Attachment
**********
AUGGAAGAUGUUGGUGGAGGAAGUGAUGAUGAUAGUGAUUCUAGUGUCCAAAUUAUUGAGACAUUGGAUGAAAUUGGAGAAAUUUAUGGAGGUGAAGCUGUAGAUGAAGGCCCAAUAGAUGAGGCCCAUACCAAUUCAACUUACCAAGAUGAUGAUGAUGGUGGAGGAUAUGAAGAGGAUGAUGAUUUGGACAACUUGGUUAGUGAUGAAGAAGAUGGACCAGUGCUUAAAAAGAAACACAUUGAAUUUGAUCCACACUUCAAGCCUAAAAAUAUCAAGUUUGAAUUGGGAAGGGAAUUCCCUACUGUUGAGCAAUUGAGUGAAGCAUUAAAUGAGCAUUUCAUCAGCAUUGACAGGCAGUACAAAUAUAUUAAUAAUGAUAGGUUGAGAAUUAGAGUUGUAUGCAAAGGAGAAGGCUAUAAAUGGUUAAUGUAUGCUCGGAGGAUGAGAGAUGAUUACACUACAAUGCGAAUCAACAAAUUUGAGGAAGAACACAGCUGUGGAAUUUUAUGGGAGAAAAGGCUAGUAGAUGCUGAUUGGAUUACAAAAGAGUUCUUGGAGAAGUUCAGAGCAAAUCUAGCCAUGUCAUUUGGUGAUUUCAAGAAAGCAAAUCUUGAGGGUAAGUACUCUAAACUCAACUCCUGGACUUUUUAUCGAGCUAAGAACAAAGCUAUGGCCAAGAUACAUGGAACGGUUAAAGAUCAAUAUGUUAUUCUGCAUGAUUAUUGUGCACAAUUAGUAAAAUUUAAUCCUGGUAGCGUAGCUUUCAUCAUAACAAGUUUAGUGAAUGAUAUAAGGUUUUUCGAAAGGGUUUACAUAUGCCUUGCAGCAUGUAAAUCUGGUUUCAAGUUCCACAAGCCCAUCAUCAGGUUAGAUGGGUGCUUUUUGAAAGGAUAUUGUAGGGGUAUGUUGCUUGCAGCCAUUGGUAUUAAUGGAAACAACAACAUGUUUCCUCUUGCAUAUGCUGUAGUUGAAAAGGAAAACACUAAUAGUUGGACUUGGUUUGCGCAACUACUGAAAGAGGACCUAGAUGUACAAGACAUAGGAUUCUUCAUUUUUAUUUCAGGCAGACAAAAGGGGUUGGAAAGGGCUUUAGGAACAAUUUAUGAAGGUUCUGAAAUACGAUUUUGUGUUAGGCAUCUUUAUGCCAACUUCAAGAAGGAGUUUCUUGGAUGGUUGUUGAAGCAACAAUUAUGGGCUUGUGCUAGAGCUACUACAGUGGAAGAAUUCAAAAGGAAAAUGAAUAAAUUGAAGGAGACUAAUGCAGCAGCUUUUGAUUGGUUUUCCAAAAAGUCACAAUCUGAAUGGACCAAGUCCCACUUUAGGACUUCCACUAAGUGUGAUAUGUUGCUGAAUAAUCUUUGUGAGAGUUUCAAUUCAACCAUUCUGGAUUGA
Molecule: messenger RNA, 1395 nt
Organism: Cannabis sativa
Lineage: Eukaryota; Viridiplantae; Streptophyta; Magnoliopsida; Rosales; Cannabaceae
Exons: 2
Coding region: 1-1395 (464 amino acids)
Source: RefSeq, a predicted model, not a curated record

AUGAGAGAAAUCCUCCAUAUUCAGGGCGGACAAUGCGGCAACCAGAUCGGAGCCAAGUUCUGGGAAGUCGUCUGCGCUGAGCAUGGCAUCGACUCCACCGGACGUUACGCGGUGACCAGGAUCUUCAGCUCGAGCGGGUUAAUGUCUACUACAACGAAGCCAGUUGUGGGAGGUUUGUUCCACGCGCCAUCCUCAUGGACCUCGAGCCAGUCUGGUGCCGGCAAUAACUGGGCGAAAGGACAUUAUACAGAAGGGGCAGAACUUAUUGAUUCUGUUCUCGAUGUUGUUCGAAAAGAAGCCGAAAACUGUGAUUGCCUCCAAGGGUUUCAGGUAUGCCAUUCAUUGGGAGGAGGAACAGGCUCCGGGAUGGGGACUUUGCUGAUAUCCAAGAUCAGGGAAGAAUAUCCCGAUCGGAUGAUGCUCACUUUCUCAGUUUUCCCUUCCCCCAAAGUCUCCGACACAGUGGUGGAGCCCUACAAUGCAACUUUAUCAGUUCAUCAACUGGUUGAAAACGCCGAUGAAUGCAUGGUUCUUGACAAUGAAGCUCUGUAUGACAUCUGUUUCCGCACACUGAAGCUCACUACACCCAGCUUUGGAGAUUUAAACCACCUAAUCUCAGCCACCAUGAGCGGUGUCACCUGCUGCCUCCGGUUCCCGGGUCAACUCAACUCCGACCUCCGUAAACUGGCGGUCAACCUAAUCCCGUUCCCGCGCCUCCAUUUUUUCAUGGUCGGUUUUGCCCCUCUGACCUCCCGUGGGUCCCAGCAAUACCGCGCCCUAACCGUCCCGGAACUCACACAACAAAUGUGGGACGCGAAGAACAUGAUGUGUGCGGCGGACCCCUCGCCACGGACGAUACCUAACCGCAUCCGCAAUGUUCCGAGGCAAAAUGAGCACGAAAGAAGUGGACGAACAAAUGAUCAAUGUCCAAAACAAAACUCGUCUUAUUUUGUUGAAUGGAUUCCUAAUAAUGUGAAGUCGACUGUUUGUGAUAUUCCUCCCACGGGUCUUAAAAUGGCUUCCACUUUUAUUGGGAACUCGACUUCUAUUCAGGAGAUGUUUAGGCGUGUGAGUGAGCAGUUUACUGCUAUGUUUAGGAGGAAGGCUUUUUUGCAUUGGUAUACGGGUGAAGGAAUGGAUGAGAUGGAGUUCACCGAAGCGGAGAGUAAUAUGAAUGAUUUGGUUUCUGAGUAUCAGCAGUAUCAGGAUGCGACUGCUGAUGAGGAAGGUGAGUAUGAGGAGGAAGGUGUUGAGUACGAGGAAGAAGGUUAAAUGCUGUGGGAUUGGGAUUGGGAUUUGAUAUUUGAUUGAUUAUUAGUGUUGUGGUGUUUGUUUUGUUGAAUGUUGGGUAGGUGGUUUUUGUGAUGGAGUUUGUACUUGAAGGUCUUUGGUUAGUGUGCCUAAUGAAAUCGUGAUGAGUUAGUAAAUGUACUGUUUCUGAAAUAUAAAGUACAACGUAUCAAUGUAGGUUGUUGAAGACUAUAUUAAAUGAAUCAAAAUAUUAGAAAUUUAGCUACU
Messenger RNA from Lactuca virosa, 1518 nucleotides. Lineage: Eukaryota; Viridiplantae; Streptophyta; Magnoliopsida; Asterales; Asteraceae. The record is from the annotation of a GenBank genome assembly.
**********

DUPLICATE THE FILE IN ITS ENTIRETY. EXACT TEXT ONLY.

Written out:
AUGGAAGAUGUUGGUGGAGGAAGUGAUGAUGAUAGUGAUUCUAGUGUCCAAAUUAUUGAGACAUUGGAUGAAAUUGGAGAAAUUUAUGGAGGUGAAGCUGUAGAUGAAGGCCCAAUAGAUGAGGCCCAUACCAAUUCAACUUACCAAGAUGAUGAUGAUGGUGGAGGAUAUGAAGAGGAUGAUGAUUUGGACAACUUGGUUAGUGAUGAAGAAGAUGGACCAGUGCUUAAAAAGAAACACAUUGAAUUUGAUCCACACUUCAAGCCUAAAAAUAUCAAGUUUGAAUUGGGAAGGGAAUUCCCUACUGUUGAGCAAUUGAGUGAAGCAUUAAAUGAGCAUUUCAUCAGCAUUGACAGGCAGUACAAAUAUAUUAAUAAUGAUAGGUUGAGAAUUAGAGUUGUAUGCAAAGGAGAAGGCUAUAAAUGGUUAAUGUAUGCUCGGAGGAUGAGAGAUGAUUACACUACAAUGCGAAUCAACAAAUUUGAGGAAGAACACAGCUGUGGAAUUUUAUGGGAGAAAAGGCUAGUAGAUGCUGAUUGGAUUACAAAAGAGUUCUUGGAGAAGUUCAGAGCAAAUCUAGCCAUGUCAUUUGGUGAUUUCAAGAAAGCAAAUCUUGAGGGUAAGUACUCUAAACUCAACUCCUGGACUUUUUAUCGAGCUAAGAACAAAGCUAUGGCCAAGAUACAUGGAACGGUUAAAGAUCAAUAUGUUAUUCUGCAUGAUUAUUGUGCACAAUUAGUAAAAUUUAAUCCUGGUAGCGUAGCUUUCAUCAUAACAAGUUUAGUGAAUGAUAUAAGGUUUUUCGAAAGGGUUUACAUAUGCCUUGCAGCAUGUAAAUCUGGUUUCAAGUUCCACAAGCCCAUCAUCAGGUUAGAUGGGUGCUUUUUGAAAGGAUAUUGUAGGGGUAUGUUGCUUGCAGCCAUUGGUAUUAAUGGAAACAACAACAUGUUUCCUCUUGCAUAUGCUGUAGUUGAAAAGGAAAACACUAAUAGUUGGACUUGGUUUGCGCAACUACUGAAAGAGGACCUAGAUGUACAAGACAUAGGAUUCUUCAUUUUUAUUUCAGGCAGACAAAAGGGGUUGGAAAGGGCUUUAGGAACAAUUUAUGAAGGUUCUGAAAUACGAUUUUGUGUUAGGCAUCUUUAUGCCAACUUCAAGAAGGAGUUUCUUGGAUGGUUGUUGAAGCAACAAUUAUGGGCUUGUGCUAGAGCUACUACAGUGGAAGAAUUCAAAAGGAAAAUGAAUAAAUUGAAGGAGACUAAUGCAGCAGCUUUUGAUUGGUUUUCCAAAAAGUCACAAUCUGAAUGGACCAAGUCCCACUUUAGGACUUCCACUAAGUGUGAUAUGUUGCUGAAUAAUCUUUGUGAGAGUUUCAAUUCAACCAUUCUGGAUUGA
Molecule: messenger RNA, 1395 nt
Organism: Cannabis sativa
Lineage: Eukaryota; Viridiplantae; Streptophyta; Magnoliopsida; Rosales; Cannabaceae
Exons: 2
Coding region: 1-1395 (464 amino acids)
Source: RefSeq, a predicted model, not a curated record

AUGAGAGAAAUCCUCCAUAUUCAGGGCGGACAAUGCGGCAACCAGAUCGGAGCCAAGUUCUGGGAAGUCGUCUGCGCUGAGCAUGGCAUCGACUCCACCGGACGUUACGCGGUGACCAGGAUCUUCAGCUCGAGCGGGUUAAUGUCUACUACAACGAAGCCAGUUGUGGGAGGUUUGUUCCACGCGCCAUCCUCAUGGACCUCGAGCCAGUCUGGUGCCGGCAAUAACUGGGCGAAAGGACAUUAUACAGAAGGGGCAGAACUUAUUGAUUCUGUUCUCGAUGUUGUUCGAAAAGAAGCCGAAAACUGUGAUUGCCUCCAAGGGUUUCAGGUAUGCCAUUCAUUGGGAGGAGGAACAGGCUCCGGGAUGGGGACUUUGCUGAUAUCCAAGAUCAGGGAAGAAUAUCCCGAUCGGAUGAUGCUCACUUUCUCAGUUUUCCCUUCCCCCAAAGUCUCCGACACAGUGGUGGAGCCCUACAAUGCAACUUUAUCAGUUCAUCAACUGGUUGAAAACGCCGAUGAAUGCAUGGUUCUUGACAAUGAAGCUCUGUAUGACAUCUGUUUCCGCACACUGAAGCUCACUACACCCAGCUUUGGAGAUUUAAACCACCUAAUCUCAGCCACCAUGAGCGGUGUCACCUGCUGCCUCCGGUUCCCGGGUCAACUCAACUCCGACCUCCGUAAACUGGCGGUCAACCUAAUCCCGUUCCCGCGCCUCCAUUUUUUCAUGGUCGGUUUUGCCCCUCUGACCUCCCGUGGGUCCCAGCAAUACCGCGCCCUAACCGUCCCGGAACUCACACAACAAAUGUGGGACGCGAAGAACAUGAUGUGUGCGGCGGACCCCUCGCCACGGACGAUACCUAACCGCAUCCGCAAUGUUCCGAGGCAAAAUGAGCACGAAAGAAGUGGACGAACAAAUGAUCAAUGUCCAAAACAAAACUCGUCUUAUUUUGUUGAAUGGAUUCCUAAUAAUGUGAAGUCGACUGUUUGUGAUAUUCCUCCCACGGGUCUUAAAAUGGCUUCCACUUUUAUUGGGAACUCGACUUCUAUUCAGGAGAUGUUUAGGCGUGUGAGUGAGCAGUUUACUGCUAUGUUUAGGAGGAAGGCUUUUUUGCAUUGGUAUACGGGUGAAGGAAUGGAUGAGAUGGAGUUCACCGAAGCGGAGAGUAAUAUGAAUGAUUUGGUUUCUGAGUAUCAGCAGUAUCAGGAUGCGACUGCUGAUGAGGAAGGUGAGUAUGAGGAGGAAGGUGUUGAGUACGAGGAAGAAGGUUAAAUGCUGUGGGAUUGGGAUUGGGAUUUGAUAUUUGAUUGAUUAUUAGUGUUGUGGUGUUUGUUUUGUUGAAUGUUGGGUAGGUGGUUUUUGUGAUGGAGUUUGUACUUGAAGGUCUUUGGUUAGUGUGCCUAAUGAAAUCGUGAUGAGUUAGUAAAUGUACUGUUUCUGAAAUAUAAAGUACAACGUAUCAAUGUAGGUUGUUGAAGACUAUAUUAAAUGAAUCAAAAUAUUAGAAAUUUAGCUACU
Messenger RNA from Lactuca virosa, 1518 nucleotides. Lineage: Eukaryota; Viridiplantae; Streptophyta; Magnoliopsida; Asterales; Asteraceae. The record is from the annotation of a GenBank genome assembly.